Epidemic of charcoal burning suicide in Japan

Eiji Yoshioka , Sharon J. B. Hanley , Yasuyuki Kawanishi , Yasuaki Saijo
  • Declaration of interest

    None.

Abstract

Background

The charcoal burning suicide epidemics in both Hong Kong and Taiwan have been well documented. However, little is known about the situation in Japan.

Aims

To examine the impact of charcoal burning suicide on the overall and other method-specific suicide rates between 1998 and 2007 in Japan.

Method

Using data obtained from the Vital Statistics of Japan, negative binomial regression analyses were performed to investigate the impact of the charcoal burning method.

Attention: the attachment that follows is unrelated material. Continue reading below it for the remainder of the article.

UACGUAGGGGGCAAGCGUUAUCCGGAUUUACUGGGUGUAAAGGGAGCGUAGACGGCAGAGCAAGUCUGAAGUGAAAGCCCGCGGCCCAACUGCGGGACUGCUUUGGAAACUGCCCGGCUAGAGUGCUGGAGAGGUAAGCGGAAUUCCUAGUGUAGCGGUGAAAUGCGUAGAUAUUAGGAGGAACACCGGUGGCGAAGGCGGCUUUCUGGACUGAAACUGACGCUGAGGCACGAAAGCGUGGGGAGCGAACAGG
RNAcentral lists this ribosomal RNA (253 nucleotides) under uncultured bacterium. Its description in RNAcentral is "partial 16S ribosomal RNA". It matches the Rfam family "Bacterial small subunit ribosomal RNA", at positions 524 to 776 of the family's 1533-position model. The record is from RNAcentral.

Results

In males and females aged 15-24 and 25-44 years, the charcoal burning epidemic led to a substantial increase in overall suicides, without a decrease in other methods. In all other age groups, no such trend was observed.

Conclusions

In young Japanese, the charcoal burning method may have appealed to individuals who might not have chosen other highly or relatively lethal methods, and consequently led to an increase in overall suicides.

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